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Activists strike back against the Empire

  • 12 December 2014

Another week, another group of Christians arrested. 53 Christian leaders were arrested or removed from the offices of politicians on Wednesday as part of a nationwide prayer vigil to protest the detention of asylum seeker children.

Their crime: staging a 'pray-in' at a politician's office. Under the banner of Love Makes a Way, this loose coalition of believers from a range of mainstream denominations promises to keep protesting until given a timeline for the release of children from immigration detention. 

Respectable citizens singing hymns while being bundled into divvy vans naturally recalls the civil rights movement. Indeed, Love Makes a Way spokespeople have claimed precedents for their actions in Martin Luther King, Jr, and even the Old Testament prophets.

Protest and prophecy have much in common: both seek to draw attention to what is wrong with the status quo, often through the use of symbolic action (think Ezekiel building a clay model of Jerusalem as the stage for his own 'lie-in'). And there is something to be said for seeing the Love Makes a Way activists as part of a welcome resurgence in prophetic Christianity.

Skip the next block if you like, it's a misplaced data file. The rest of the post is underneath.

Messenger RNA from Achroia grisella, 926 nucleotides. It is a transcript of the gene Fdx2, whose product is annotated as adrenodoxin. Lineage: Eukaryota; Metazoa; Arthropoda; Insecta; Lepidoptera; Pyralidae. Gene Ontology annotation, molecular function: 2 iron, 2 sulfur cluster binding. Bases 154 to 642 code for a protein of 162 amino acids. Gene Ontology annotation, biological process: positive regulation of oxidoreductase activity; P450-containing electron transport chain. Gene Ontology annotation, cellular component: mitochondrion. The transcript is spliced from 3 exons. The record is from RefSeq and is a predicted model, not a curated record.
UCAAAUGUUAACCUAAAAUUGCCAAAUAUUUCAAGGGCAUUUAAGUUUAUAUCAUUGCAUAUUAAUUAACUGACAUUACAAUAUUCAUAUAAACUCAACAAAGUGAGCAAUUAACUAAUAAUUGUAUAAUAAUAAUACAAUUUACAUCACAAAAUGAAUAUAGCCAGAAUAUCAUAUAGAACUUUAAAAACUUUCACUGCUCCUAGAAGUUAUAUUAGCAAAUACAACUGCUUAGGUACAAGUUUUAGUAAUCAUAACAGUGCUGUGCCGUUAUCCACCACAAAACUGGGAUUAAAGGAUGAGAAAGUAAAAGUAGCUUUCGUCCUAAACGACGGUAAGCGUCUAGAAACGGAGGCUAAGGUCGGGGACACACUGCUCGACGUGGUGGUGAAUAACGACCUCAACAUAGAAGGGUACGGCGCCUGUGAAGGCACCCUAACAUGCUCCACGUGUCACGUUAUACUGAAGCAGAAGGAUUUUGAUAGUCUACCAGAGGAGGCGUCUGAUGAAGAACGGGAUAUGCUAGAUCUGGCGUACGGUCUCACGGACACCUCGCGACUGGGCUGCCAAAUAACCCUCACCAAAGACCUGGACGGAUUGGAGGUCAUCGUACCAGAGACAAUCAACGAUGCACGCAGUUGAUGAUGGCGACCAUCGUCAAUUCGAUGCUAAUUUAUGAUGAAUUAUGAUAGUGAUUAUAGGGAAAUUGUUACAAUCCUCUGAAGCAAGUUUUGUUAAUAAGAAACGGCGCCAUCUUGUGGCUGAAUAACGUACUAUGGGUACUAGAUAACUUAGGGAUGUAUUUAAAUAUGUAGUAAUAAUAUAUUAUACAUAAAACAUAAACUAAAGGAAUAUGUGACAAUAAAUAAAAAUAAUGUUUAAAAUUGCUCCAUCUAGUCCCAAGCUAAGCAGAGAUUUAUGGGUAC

But maybe there is more to be said for seeing them as martyrs.

A martyr is normally one who dies for her or his faith. But the Greek word μ?ρτυς (martus) originally meant 'witness' — one who testifies.

Both prophets and martyrs are motivated by religious convictions to stand against untruth and injustice. Both, as the cliché goes, 'speak truth to power'. But they are characters in what we might call two very different political dramas. To interpret the Love Makes a Way participants as either prophets or martyrs is to call forth two radically contrasting conceptions of contemporary Australian public life and the place of Christianity within it.

The message of the prophets may be summarised in two words: 'Back to!' Prophets urged Israel to repent and return to a previous age when the nation did what God required. Autonomous nationhood and a tradition of justice can be seen as the two principles on which prophecy depends. 

What happens if we try to map this schema onto Australia's immigration policies, the focus of Love Makes a Way's protests?

While immigration has long been placed at the heart of Australian 'nation building', a closer examination suggests that, in the main, it exhibits more of the out-workings of colonial mimicry. Consider the White Australia Policy, which sought to 'protect' our country by making it as